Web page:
Here is an interesting case study that might be of interest to the Church Virtual/Open Source Church/Wiki Church types out there.  In watching this unfold in my professional life I found some interesting parallels in what happened with the reaction to this scientific discovery and what I think about regarding how the church does theology and polity in a Web 2.0 world.

While I want to focus here on the interaction that took place in the on-line world, let me briefly describe the announced scientific discovery behind this so that you have some context.

Back on December 2 a team of researchers associated with the NASA Astrobiology Institute published an interesting paper in Science magazine and held a press conference hosted by NASA to announce and discuss their results from bacteria they found in Mono Lake, California.  This bacteria appears to, at least partially, substitute arsenic for phosphorus in the chemical building blocks of the cell.  These building blocks could include enzymes and proteins.  There is a good discussion of the science related to this in articles from Wired, Science Daily, and a NASA article.  The abstract, but not the full article, is publicly available from Science. (Those readers in academic or research settings may have institutional access to the full article.) Interestingly, while researching this story I found an article from last Spring in The Times (of London) that has much of the scientific story at that time.  If you are not familiar with the biology and chemistry behind this you might not realize that, if the results hold up, this is a very significant scientific discovery.  At a minimum, they have discovered a life form that can live in an extreme, and normally very toxic, environment.

Well, this story went “viral,” if you will pardon the expression.  The press conference was streamed and, having been tipped off by a colleague that it was “going to be interesting,” I followed along and heard the news and the discussion.  There was plenty of coverage of the event across the news spectrum ( for example PC Mag, The Boston Globe, The Telegraph, just to name a few in addition to those above)  as well as the blogosphere (e.g. WeirdWarp, The Curious Wavefunction ).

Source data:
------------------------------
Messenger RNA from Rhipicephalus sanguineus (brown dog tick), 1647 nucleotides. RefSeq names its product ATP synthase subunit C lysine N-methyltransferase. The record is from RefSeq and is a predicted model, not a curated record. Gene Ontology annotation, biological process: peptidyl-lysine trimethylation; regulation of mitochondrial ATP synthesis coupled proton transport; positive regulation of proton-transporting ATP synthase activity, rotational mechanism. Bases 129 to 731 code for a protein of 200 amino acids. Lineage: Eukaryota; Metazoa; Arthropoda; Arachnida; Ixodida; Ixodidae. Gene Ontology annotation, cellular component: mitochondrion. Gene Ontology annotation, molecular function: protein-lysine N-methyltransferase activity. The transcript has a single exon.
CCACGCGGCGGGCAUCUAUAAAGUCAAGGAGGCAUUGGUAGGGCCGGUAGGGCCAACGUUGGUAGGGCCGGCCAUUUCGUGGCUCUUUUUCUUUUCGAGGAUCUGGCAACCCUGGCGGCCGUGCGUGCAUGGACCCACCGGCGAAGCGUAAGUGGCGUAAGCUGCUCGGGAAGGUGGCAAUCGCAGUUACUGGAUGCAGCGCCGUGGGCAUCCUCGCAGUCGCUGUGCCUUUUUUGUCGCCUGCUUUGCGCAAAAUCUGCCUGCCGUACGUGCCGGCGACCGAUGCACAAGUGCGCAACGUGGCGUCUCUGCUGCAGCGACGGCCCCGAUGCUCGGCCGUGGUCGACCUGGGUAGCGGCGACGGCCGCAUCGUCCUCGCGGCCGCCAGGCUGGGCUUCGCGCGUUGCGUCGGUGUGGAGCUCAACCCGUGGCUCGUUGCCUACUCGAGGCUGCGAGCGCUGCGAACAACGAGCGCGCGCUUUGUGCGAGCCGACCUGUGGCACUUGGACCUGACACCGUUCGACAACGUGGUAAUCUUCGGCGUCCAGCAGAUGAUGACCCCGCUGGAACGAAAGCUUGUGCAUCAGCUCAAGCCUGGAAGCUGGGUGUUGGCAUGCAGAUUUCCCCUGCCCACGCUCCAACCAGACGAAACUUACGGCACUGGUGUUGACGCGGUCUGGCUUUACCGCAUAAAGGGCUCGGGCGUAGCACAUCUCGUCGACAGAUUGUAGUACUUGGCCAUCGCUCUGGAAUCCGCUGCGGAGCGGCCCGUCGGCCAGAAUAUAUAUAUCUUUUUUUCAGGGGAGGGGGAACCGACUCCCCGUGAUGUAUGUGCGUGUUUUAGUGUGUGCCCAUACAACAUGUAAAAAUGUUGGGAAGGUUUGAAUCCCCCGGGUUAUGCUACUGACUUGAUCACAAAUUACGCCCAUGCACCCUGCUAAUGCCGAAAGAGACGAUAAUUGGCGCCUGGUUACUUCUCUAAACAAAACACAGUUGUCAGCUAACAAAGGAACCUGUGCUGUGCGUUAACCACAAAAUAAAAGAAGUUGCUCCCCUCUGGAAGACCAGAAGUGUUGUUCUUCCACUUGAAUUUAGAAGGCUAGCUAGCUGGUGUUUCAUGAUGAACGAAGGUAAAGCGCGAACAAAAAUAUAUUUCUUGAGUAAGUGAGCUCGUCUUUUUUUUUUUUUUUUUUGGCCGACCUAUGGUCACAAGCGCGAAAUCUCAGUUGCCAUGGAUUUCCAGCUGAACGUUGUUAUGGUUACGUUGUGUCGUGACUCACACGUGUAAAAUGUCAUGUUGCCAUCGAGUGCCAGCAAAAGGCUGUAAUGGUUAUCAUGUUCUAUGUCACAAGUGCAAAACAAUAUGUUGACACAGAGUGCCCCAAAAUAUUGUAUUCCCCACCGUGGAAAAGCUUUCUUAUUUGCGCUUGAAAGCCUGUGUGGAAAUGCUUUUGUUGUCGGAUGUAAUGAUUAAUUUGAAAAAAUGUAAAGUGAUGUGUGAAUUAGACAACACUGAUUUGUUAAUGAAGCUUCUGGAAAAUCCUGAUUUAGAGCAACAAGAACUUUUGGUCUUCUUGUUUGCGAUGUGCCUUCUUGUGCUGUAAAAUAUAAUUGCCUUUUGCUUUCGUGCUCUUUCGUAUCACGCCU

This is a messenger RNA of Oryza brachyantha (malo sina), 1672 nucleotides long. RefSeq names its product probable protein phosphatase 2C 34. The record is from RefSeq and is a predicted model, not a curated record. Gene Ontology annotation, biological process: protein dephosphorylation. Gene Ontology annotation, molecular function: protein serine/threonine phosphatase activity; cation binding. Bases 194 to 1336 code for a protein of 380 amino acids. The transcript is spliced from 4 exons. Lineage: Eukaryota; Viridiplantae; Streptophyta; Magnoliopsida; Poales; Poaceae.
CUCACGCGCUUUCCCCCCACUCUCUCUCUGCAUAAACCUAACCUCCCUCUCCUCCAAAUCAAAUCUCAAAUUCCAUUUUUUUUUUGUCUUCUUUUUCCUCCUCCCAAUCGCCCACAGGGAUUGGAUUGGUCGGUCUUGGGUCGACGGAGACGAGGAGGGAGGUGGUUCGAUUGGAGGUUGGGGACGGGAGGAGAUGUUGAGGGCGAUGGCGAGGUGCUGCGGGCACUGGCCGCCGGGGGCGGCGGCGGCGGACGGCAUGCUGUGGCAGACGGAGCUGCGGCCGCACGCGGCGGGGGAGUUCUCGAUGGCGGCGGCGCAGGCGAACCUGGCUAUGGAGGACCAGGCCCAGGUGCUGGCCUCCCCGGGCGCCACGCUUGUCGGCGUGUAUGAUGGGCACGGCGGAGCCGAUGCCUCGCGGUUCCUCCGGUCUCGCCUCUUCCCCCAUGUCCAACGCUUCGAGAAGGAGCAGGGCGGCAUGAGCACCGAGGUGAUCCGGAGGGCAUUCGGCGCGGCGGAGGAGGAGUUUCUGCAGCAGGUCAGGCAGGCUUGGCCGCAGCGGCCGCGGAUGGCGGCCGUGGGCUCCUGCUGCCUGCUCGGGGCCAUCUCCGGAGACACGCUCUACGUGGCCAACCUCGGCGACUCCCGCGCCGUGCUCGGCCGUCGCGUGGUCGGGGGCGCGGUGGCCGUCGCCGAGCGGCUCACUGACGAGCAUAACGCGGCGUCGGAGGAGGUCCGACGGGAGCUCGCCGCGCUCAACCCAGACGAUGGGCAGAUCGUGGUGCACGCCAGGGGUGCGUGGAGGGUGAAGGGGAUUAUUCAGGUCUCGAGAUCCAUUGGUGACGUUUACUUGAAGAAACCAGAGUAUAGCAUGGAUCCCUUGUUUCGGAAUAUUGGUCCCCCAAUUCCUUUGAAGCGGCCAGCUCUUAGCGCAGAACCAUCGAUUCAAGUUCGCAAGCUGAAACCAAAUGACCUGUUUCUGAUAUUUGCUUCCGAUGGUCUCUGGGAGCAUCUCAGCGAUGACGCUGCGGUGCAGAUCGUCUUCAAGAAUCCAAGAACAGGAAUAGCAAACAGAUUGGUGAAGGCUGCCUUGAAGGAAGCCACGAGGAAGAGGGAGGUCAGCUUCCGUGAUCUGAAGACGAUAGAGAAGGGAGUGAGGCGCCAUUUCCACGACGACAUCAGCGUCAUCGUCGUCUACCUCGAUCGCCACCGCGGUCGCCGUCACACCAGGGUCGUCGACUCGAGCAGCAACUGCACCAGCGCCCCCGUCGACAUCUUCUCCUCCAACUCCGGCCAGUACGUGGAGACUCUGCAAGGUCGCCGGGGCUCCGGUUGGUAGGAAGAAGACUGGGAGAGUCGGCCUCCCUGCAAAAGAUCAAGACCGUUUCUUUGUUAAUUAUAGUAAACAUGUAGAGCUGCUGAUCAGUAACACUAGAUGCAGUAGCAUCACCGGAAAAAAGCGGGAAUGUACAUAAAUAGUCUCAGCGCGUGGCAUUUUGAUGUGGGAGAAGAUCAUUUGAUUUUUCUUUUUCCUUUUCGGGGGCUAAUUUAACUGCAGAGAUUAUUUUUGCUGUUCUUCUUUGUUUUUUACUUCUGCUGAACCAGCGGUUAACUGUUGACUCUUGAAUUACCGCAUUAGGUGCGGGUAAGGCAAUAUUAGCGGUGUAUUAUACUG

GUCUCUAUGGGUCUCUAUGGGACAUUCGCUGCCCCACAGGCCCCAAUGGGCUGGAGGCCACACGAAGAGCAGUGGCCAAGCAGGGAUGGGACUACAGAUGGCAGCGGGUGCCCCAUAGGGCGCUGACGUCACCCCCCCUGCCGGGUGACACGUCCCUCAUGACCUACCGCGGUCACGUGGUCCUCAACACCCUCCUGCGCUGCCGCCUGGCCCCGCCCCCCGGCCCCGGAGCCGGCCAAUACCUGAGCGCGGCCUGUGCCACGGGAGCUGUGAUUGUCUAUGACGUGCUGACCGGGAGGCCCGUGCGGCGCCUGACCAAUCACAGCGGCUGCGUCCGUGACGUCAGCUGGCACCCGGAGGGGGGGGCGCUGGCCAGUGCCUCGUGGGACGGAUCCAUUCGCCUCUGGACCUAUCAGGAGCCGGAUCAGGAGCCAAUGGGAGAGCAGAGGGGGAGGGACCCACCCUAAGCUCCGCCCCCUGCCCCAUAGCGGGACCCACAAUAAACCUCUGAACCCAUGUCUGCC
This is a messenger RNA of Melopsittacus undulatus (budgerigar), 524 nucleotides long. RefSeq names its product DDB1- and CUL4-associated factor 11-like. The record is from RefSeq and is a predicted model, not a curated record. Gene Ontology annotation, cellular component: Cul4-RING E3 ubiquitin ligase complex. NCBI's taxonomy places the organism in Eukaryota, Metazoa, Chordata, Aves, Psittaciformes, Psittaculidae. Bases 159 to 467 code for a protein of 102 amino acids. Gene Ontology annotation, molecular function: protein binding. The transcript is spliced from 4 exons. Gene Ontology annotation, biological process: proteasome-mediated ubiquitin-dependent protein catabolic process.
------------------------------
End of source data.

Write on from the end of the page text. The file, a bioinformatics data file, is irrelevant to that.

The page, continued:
Now, previous controversial discoveries raised a bit of professional chatter as well as some brief media attention and then usually disappeared from the radar to all except those who really cared.  (an example in a moment)  This announcement took a different path — five days later a widely publicized critique also went viral.  The original critique by Rosie Redfield appeared on her blog as a way, as she puts it, to clarify her thinking.  This was picked up by Slate and then spread to other blogs and developed a life of its own with one asking if this was a NASA publicity stunt and another wondering if this is “flim-flam.”  In short, the new Web 2.0 allowed for scientists to “wonder out loud” to both their colleagues and the public and media at large as well as providing a platform for the general public to discuss and weigh in on a discovery which was not necessarily in their realm of expertise.